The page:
Signant Health CEO talks investments and growth opportunities a year after CRF, Bracket merger

By Melissa Fassbender

- Last updated on GMT

(Image: Getty/guirong hao)
(Image: Getty/guirong hao)

Related tags CRF Bracket Signant Health eCOA eConsent IRT Supply chain Clinical trials

CRF Bracket – newly-rebranded as Signant Health – is looking to build momentum around eConsent, rethink the patient’s connection to the supply chain, and build out a stronger analytics platform, says CEO.

CRF Bracket was formed in 2018​ following the merger of CRF Health and Bracket. Now, the company becomes Signant Health, providing electronic clinical outcomes assessment (eCOA), electronic consent (eConsent), patient engagement, interactive response technology (IRT), clinical supply management, and endpoint quality as a suite of technology solutions and services.

Initially announced earlier in June, the rebrand will be fully rolled out during the DIA Global Annual Meeting this week. 

Mike Nolte, CEO of Signant Health, explained that the original acquisition was driven by the opportunity to create a clinical research business, one focused on the patient journey as a core piece of its strategy. “We saw a good moment in time to reposition and rebrand – the momentum has been building around patient centricity – be that concept a buzzword or in part reality,”​ he said.

“Bracket alone could not deliver that, specialized as it was on clinical supply chain, IRT, and services around the more complex end of clinical trials, particularly neuroscience. Integrating with CRF Health in 2018 delivered the reporting,” ​Nolte explained.

But how does a software company focus on the patient?

We focus around an ideal trial – to organize thinking and look at opportunities with our solutions,”​ said Nolte. “If we can simplify progress through the journey and think from the patient out – albeit around the margins as a software vendor – over time, we can make an impact that could be significant.”

As part of that journey, Nolte said technology has “enormous untapped potential.”

Looking ahead

Thinking to the future, Nolte spoke to the decentralization of clinical trials – and the use of virtual and hybrid studies. “As a longer-term investment thought process, the emerging trend is for research to migrate away from traditional sites,” ​he said, still noting that sites will always remain for certain therapeutic areas.

Though, with telemedicine and device connectivity, patients will be able to participate in trials from the comfort of their own homes. “[T]hese are all new opportunities where technology will benefit and simplify how research is conducted. It is a longer-term investment strategy,”​ Nolte said.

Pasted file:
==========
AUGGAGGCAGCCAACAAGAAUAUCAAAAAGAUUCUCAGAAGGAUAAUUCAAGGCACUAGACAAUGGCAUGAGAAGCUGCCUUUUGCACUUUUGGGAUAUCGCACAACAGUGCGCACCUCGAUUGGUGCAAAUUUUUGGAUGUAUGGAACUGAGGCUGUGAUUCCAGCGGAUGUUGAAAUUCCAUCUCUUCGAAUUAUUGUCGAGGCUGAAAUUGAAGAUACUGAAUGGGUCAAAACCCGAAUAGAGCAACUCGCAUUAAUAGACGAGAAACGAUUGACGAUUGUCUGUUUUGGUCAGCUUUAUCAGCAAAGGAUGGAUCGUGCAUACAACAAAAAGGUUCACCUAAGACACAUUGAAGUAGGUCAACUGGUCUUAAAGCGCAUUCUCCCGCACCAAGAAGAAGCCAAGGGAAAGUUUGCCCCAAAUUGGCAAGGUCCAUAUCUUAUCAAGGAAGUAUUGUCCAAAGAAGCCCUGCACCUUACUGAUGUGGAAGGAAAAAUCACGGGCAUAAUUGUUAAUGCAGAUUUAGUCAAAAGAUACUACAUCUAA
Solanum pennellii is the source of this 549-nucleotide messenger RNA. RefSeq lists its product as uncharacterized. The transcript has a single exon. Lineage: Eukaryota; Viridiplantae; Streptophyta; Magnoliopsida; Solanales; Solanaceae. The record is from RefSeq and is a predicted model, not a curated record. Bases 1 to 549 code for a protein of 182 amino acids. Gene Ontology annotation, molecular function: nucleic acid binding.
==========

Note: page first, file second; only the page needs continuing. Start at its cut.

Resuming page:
Signant will be “advocates”​ for the use of technology, he added, but also “mindful to be at the same stage as the market we serve.”

“We don’t foresee a wholesale sea change ahead in how research is conducted,​” he said. “It will be very gradual as people get more comfortable with solutions, get supported by regulatory bodies, and change happens quite slowly.”

Nolte explained, “As customer adoption changes along with the regulatory environment, it will position us in an interesting place front end with virtual and hybrid trials, and pragmatically ahead of competitors.”

Investments and growth opportunities

Growth opportunities for the two companies moving forward as one include building momentum around electronic consent (eConsent), rethinking the connection between the patient and the supply chain, and building out a stronger analytics platform, Nolte said.

This includes creating greater “feedback loops” for patients. Specifically, the company sees ways in which it can communicate with patients further “through analytics within clinical data, to improve and further understand the experience, delivering more of a road map for deeper learning.”

Additionally, one of the greatest areas of opportunity, Nolte said, relates to the supply chain vendor “and associating them with patient centricity – understanding how the challenges of clinical supply chain execution can also impact patients,”​ he explained.

“In other words,”​ he said, “you cannot afford for a patient not to get a drug, but you also cannot afford to manufacture what patients don’t need.”

Electronic clinical outcome assessment (eCOA) can help to more accurately forecast demand, according to Nolte, explaining that more information can be provided about where a patient is in “the funnel.”

“Customers need greater ability to know what to manufacture when, how to design a trial, when to have high volume distribution channels,”​ he added.

“The more we can create enhanced visibility for customers to make good investments and decisions and help them measure the experience in the conduct of research, reversing the lens to view this from a patient perspective, the more we see an untapped area to do exciting new things.”

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